At one point a young musician whose success has taken him to New York wonders if all the effort being put in to the first post-Katrina Mardi Gras is worth it, if it would be better put into rebuilding the city. It's an interesting question: if you looked at the usual statistics (and taking into account how how Katrina and the post-Katrina exile of the city's poor) you'd look at New Orleans like people look at Baltimore, as as series of outrages and problems, and of course Simon is the last person who'd deny this. But there's a lot in how people get by and resist and make beauty in their lives that can't be measured. It's a tricky point, one that can easily sound sentimental. A lot of my lefty friends probably think that talking about resistance through culture or the resistance of everyday life is some kind of weak-kneed cultural studies wishful thinking best left back in the eighties. And I agree that it's important not to confuse this with something systematic: Albert triumphs in getting his tribe together but can't make any progress with his protest about public housing, because it's mostly just him. Still, how we carry ourselves, reflect ourselves back to ourselves, celebrate and mourn really matters. In the end any guard against inevitable suffering and loss can be thought of as a kind of opium, but there's still a big difference in the fact of being soothed, and the ways in which we do it.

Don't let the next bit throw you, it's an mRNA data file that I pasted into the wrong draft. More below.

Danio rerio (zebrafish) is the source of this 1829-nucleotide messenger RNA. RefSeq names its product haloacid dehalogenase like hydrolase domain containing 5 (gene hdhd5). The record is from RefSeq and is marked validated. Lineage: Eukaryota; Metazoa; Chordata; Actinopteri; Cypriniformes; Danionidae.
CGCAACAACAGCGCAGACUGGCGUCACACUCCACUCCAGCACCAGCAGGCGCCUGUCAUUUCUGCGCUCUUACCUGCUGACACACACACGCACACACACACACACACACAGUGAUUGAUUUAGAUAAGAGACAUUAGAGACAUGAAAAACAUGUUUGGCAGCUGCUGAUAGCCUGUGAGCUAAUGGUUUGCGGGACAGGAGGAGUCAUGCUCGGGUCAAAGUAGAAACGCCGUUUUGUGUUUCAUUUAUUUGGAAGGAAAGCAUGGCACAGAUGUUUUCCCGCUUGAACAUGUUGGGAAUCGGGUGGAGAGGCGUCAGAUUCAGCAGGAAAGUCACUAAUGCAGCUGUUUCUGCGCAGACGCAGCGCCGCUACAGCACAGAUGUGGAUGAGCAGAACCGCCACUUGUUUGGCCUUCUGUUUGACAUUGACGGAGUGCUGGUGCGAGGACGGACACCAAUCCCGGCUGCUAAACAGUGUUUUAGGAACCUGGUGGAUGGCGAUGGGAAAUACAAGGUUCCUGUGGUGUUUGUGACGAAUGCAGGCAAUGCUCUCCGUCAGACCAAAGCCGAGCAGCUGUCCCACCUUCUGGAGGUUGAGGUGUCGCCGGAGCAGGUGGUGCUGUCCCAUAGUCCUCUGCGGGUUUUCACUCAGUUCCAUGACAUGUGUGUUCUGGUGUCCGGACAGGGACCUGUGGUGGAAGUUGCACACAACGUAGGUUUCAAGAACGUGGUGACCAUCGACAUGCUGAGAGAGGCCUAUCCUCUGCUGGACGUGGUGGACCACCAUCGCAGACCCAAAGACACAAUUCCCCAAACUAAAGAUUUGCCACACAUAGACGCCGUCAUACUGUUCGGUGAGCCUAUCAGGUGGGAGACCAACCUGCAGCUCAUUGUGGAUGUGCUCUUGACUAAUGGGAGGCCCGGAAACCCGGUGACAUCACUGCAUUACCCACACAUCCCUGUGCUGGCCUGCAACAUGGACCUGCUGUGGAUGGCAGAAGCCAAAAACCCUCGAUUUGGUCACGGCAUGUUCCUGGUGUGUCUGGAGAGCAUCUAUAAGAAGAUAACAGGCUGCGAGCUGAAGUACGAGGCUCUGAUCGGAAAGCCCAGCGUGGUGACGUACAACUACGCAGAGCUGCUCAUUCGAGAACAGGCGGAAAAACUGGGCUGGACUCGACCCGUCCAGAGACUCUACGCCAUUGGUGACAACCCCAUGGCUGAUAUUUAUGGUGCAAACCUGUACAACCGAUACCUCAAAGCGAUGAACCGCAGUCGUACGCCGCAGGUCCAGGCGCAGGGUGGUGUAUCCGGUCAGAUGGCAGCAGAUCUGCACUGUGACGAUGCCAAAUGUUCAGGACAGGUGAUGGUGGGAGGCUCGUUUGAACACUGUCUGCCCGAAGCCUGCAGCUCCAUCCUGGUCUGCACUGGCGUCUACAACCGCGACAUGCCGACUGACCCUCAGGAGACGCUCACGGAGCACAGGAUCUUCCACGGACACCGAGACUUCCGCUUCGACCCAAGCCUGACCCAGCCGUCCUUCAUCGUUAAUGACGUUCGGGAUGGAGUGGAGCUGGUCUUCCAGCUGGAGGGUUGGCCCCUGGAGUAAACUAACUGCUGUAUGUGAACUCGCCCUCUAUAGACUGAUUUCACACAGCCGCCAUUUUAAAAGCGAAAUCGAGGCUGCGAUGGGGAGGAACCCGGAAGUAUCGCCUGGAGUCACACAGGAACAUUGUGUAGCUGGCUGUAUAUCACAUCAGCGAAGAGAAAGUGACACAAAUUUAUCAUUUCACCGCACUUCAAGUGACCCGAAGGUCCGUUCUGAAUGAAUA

ETA: Based on the first three episodes of season 2, it's going in a very different direction which puts what I'm saying here in a very different light. More soon.

3 comments:

  1. This is good. But, or anyway, here's what Marx actually said:

    "Religion is the general theory of this world, its encyclopaedic compendium, its logic in popular form, its spiritual point d'honneur, its enthusiasm, its moral sanction, its solemn complement, and its universal basis of consolation and justification. It is the fantastic realization of the human essence since the human essence has not acquired any true reality. The struggle against religion is, therefore, indirectly the struggle against that world whose spiritual aroma is religion.

    "Religious suffering is, at one and the same time, the expression of real suffering and a protest against real suffering. Religion is the sigh of the oppressed creature, the heart of a heartless world, and the soul of soulless conditions. It is the opium of the people.

    "The abolition of religion as the illusory happiness of the people is the demand for their real happiness. To call on them to give up their illusions about their condition is to call on them to give up a condition that requires illusions. The criticism of religion is, therefore, in embryo, the criticism of that vale of tears of which religion is the halo.

    "Criticism has plucked the imaginary flowers on the chain not in order that man shall continue to bear that chain without fantasy or consolation, but so that he shall throw off the chain and pluck the living flower. The criticism of religion disillusions man, so that he will think, act, and fashion his reality like a man who has discarded his illusions and regained his senses, so that he will move around himself as his own true Sun."

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  2. Right: obviously I agree with the old man and was using the way people casually use that phrase to make a point. I do have to say though that I'm not sure that anyone who knows she/he is going to die can really "give up a condition that requires illusion": mortality might be that condition. If we had a more humane society that met more of our needs, religion might lose a lot of its functions, including the more destructive ones, but I don't know if it would lose this one.

    The much more important point: you need to watch this show!